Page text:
The Benefits of Children Learn to Draw

Views:51     Author:Site Editor     Publish Time: 2019-06-18      Origin:Site

In an age when most children are too often drawn to screens -- whether to watch television, text on cell phones, or play video games -- art offers a chance for creativity and personal expression. Learning to draw comes with a variety of developmental benefits for children. Drawing helps stimulate their imaginations, improve fine motor skills, exercise problem-solving strategies and can also help them gain confidence in their ability to master new crafts. Drawing teaches children to make decisions and can improve visual and perceptual skills as well. "Draw" can also be a great answer for the age-old question, "What can I do? I'm bored!"


Using the Imagination

Creativity inspires learning, even in young children. When children learn to draw, they have an opportunity to exercise their imaginations. They learn to picture something in their minds and reflect those images on paper and begin to understand that what they draw is a representation of something. When first learning to draw, children experiment with all kinds of marks without any rules and create abstract pieces of art. Since there is no right or wrong when it comes to the imagination, drawing can be freeing for young children, especially children with learning disabilities. Make drawing exploratory by giving your children different materials to try, such as chalk and colored paper.

magnet whiteboard

Fine Motor Skills and Hand-Eye Coordination

Fine motor skills involve movements of the fingers, hands and wrists. Strong fine motor skills help children manipulate small objects and eventually type, cut, tie, sew and do other complex activities that require working with the small muscles of the hands. When children draw, they practice hand-eye coordination as well, with activities like copying an object without taking their eyes off it. They learn to push, pull and rotate drawing tools. They see the different consequences of their hand motions. Drawing can also be a precursor to writing as children gain greater control and make smaller, more detailed marks on a page. 

12 to 30 months: Start by getting some crayons, paper, magnet white board and explaining to your child that you want to draw with them. Start by drawing a line and getting your child to choose a color and continue drawing where you left off. Get your child to say the name of each color as they use it and you can do the same when it's your turn. Continue taking turns drawing straight and curved lines until the paper is full of designs and scribbles. You can now color in the shapes your lines have made and take note of any obvious shapes that may appear by saying them aloud. If your child at this stage is able to draw vertical or horizontal lines or even a circle you should praise them well. Drawing with a crayon involves grasping and holding along with other fine motor skills and will give your child’s confidence a boost along with developing their vision and imagination. Always talk to your child about the picture that you are creating together. Once completed hang it on the refrigerator for you both to enjoy. You should note that premature babies may take longer to reach key milestones. Also, many kids don’t start scribbling until they are 15 or 16 months old, and continue on to be excellent students at school.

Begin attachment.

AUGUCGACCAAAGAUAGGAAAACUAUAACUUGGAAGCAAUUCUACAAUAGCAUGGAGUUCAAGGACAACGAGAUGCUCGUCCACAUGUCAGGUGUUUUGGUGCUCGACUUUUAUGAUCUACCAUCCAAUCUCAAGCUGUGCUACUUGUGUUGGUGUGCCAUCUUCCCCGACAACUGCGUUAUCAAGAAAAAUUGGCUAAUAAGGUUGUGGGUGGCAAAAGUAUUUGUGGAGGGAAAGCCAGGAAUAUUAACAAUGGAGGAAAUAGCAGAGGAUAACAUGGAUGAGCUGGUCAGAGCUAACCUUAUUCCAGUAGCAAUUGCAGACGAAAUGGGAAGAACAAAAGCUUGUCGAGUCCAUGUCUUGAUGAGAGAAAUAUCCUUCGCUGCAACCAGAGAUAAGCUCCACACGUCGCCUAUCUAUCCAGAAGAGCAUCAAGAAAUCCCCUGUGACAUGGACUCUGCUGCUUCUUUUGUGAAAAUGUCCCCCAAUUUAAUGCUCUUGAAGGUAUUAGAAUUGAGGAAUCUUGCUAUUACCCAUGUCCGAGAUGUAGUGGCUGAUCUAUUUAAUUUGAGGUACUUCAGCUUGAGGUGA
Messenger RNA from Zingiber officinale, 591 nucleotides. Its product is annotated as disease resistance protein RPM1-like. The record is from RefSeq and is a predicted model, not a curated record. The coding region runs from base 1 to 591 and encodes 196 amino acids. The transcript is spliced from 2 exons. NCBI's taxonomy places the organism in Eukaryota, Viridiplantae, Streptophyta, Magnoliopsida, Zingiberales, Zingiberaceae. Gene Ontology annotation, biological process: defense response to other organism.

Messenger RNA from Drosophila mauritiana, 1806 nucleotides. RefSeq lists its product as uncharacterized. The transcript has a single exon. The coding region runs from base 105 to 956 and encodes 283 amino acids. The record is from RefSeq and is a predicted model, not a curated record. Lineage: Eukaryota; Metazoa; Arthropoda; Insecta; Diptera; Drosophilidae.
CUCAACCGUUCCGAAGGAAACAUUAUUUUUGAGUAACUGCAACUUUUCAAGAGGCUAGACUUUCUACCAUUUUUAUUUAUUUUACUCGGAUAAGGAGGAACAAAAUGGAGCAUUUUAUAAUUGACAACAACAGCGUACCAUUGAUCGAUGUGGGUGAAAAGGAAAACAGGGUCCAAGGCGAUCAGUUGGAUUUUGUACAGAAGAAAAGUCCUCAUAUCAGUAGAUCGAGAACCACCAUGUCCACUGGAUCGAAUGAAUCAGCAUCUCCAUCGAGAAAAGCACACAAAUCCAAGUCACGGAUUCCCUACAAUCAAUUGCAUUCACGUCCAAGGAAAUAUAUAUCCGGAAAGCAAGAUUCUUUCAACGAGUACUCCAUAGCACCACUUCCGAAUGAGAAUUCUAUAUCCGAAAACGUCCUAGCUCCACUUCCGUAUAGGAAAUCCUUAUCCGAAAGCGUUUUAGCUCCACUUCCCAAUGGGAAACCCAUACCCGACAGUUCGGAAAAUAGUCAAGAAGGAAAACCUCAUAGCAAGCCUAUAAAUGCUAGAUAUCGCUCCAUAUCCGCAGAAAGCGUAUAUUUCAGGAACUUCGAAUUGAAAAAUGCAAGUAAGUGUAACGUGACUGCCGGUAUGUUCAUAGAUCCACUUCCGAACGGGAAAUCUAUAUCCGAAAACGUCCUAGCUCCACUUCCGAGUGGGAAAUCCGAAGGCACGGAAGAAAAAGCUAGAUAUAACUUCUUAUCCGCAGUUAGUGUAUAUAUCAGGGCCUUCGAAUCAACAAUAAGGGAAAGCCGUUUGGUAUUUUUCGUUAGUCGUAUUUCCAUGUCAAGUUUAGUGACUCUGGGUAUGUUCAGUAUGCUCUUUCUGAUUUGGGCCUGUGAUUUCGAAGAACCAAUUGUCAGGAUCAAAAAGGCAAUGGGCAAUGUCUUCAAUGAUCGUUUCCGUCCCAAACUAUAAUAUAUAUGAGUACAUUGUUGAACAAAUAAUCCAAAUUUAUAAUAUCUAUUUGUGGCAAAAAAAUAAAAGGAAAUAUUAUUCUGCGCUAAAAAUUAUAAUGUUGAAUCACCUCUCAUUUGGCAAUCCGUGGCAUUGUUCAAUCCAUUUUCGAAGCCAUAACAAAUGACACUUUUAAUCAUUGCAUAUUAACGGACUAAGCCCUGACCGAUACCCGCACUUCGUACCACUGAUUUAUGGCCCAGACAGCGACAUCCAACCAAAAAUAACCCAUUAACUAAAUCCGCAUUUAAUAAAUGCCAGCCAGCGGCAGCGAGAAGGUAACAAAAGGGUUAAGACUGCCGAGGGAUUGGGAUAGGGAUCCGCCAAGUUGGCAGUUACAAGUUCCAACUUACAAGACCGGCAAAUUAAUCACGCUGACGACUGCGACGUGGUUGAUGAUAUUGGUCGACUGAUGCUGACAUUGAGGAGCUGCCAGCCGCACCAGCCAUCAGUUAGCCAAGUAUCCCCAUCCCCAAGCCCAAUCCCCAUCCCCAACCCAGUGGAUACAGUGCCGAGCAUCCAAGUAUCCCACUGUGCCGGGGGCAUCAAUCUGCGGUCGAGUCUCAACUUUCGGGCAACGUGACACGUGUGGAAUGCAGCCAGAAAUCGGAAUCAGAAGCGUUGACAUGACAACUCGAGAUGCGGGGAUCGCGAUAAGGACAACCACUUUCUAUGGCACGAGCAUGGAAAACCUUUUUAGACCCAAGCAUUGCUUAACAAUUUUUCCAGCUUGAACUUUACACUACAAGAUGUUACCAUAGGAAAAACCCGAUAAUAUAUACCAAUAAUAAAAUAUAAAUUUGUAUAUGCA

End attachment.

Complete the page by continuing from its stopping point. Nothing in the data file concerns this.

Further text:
31 to 36 months: By the time your child reaches two and a half, they will be able to hold a crayon well. Children at this age can now draw angels like the "V" shape which is more difficult than drawing straight lines. Your toddler will also have the ability to make circular shapes and maybe even able to write a few letters. If your child is not at this level don't feel pressured, wait until they are really interested and excited. Your toddler will draw in his or her own good time and will still be on track developmentally. Get your child to explain every squiggle in their drawing. It may look like a scribble to you but it could be of great relevance to them. At this age you will notice your toddler spending more time at their drawings as they are usually keen scribblers. Make sure you supervise as your walls and furniture can be subjected to crayon markings too. 


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